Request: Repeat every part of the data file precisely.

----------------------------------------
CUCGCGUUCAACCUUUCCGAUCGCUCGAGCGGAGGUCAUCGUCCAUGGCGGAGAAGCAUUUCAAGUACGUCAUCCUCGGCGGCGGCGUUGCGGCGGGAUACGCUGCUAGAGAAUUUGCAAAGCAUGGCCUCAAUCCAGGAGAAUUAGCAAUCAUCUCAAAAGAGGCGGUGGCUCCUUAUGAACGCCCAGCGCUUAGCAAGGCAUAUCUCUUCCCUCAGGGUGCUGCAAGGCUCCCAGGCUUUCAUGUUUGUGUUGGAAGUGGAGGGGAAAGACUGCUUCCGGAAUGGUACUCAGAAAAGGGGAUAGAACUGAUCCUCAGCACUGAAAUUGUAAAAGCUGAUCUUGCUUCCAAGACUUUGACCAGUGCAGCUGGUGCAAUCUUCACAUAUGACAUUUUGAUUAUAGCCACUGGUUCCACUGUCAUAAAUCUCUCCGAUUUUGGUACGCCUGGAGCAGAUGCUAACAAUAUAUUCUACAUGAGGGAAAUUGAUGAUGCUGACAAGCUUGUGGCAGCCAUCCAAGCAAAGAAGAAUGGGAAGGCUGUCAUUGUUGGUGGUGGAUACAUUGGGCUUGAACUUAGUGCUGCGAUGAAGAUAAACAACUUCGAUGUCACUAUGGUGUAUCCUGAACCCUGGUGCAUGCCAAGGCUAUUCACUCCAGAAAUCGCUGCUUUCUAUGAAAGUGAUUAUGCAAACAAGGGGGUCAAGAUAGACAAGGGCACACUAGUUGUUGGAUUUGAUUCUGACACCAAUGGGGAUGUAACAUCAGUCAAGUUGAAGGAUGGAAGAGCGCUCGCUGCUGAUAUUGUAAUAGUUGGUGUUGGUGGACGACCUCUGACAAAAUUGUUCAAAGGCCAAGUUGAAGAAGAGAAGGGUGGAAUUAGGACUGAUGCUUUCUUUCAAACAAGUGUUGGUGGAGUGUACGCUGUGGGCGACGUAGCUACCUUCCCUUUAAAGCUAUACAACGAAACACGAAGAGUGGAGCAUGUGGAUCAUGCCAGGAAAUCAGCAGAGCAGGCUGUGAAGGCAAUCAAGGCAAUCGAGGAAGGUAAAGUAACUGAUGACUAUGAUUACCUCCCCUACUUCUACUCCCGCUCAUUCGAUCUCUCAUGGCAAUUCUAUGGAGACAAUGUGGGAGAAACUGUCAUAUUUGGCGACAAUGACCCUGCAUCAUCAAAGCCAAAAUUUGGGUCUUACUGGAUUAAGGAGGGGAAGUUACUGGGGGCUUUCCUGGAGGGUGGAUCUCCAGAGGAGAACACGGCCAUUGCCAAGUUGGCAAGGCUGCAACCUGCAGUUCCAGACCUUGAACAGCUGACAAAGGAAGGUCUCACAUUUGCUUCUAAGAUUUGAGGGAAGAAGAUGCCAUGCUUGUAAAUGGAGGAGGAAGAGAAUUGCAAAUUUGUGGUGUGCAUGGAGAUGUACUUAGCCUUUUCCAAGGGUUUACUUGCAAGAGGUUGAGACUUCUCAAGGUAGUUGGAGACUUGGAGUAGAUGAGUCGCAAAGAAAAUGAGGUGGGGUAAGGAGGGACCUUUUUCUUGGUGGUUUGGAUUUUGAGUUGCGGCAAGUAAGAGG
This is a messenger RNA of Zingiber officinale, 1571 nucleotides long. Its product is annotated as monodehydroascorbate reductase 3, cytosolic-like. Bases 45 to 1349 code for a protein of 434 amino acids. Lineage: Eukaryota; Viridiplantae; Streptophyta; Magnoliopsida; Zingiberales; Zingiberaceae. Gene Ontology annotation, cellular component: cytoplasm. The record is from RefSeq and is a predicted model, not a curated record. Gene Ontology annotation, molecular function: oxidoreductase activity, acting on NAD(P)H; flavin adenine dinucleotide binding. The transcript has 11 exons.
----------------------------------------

CUCGCGUUCAACCUUUCCGAUCGCUCGAGCGGAGGUCAUCGUCCAUGGCGGAGAAGCAUUUCAAGUACGUCAUCCUCGGCGGCGGCGUUGCGGCGGGAUACGCUGCUAGAGAAUUUGCAAAGCAUGGCCUCAAUCCAGGAGAAUUAGCAAUCAUCUCAAAAGAGGCGGUGGCUCCUUAUGAACGCCCAGCGCUUAGCAAGGCAUAUCUCUUCCCUCAGGGUGCUGCAAGGCUCCCAGGCUUUCAUGUUUGUGUUGGAAGUGGAGGGGAAAGACUGCUUCCGGAAUGGUACUCAGAAAAGGGGAUAGAACUGAUCCUCAGCACUGAAAUUGUAAAAGCUGAUCUUGCUUCCAAGACUUUGACCAGUGCAGCUGGUGCAAUCUUCACAUAUGACAUUUUGAUUAUAGCCACUGGUUCCACUGUCAUAAAUCUCUCCGAUUUUGGUACGCCUGGAGCAGAUGCUAACAAUAUAUUCUACAUGAGGGAAAUUGAUGAUGCUGACAAGCUUGUGGCAGCCAUCCAAGCAAAGAAGAAUGGGAAGGCUGUCAUUGUUGGUGGUGGAUACAUUGGGCUUGAACUUAGUGCUGCGAUGAAGAUAAACAACUUCGAUGUCACUAUGGUGUAUCCUGAACCCUGGUGCAUGCCAAGGCUAUUCACUCCAGAAAUCGCUGCUUUCUAUGAAAGUGAUUAUGCAAACAAGGGGGUCAAGAUAGACAAGGGCACACUAGUUGUUGGAUUUGAUUCUGACACCAAUGGGGAUGUAACAUCAGUCAAGUUGAAGGAUGGAAGAGCGCUCGCUGCUGAUAUUGUAAUAGUUGGUGUUGGUGGACGACCUCUGACAAAAUUGUUCAAAGGCCAAGUUGAAGAAGAGAAGGGUGGAAUUAGGACUGAUGCUUUCUUUCAAACAAGUGUUGGUGGAGUGUACGCUGUGGGCGACGUAGCUACCUUCCCUUUAAAGCUAUACAACGAAACACGAAGAGUGGAGCAUGUGGAUCAUGCCAGGAAAUCAGCAGAGCAGGCUGUGAAGGCAAUCAAGGCAAUCGAGGAAGGUAAAGUAACUGAUGACUAUGAUUACCUCCCCUACUUCUACUCCCGCUCAUUCGAUCUCUCAUGGCAAUUCUAUGGAGACAAUGUGGGAGAAACUGUCAUAUUUGGCGACAAUGACCCUGCAUCAUCAAAGCCAAAAUUUGGGUCUUACUGGAUUAAGGAGGGGAAGUUACUGGGGGCUUUCCUGGAGGGUGGAUCUCCAGAGGAGAACACGGCCAUUGCCAAGUUGGCAAGGCUGCAACCUGCAGUUCCAGACCUUGAACAGCUGACAAAGGAAGGUCUCACAUUUGCUUCUAAGAUUUGAGGGAAGAAGAUGCCAUGCUUGUAAAUGGAGGAGGAAGAGAAUUGCAAAUUUGUGGUGUGCAUGGAGAUGUACUUAGCCUUUUCCAAGGGUUUACUUGCAAGAGGUUGAGACUUCUCAAGGUAGUUGGAGACUUGGAGUAGAUGAGUCGCAAAGAAAAUGAGGUGGGGUAAGGAGGGACCUUUUUCUUGGUGGUUUGGAUUUUGAGUUGCGGCAAGUAAGAGG
This is a messenger RNA of Zingiber officinale, 1571 nucleotides long. Its product is annotated as monodehydroascorbate reductase 3, cytosolic-like. Bases 45 to 1349 code for a protein of 434 amino acids. Lineage: Eukaryota; Viridiplantae; Streptophyta; Magnoliopsida; Zingiberales; Zingiberaceae. Gene Ontology annotation, cellular component: cytoplasm. The record is from RefSeq and is a predicted model, not a curated record. Gene Ontology annotation, molecular function: oxidoreductase activity, acting on NAD(P)H; flavin adenine dinucleotide binding. The transcript has 11 exons.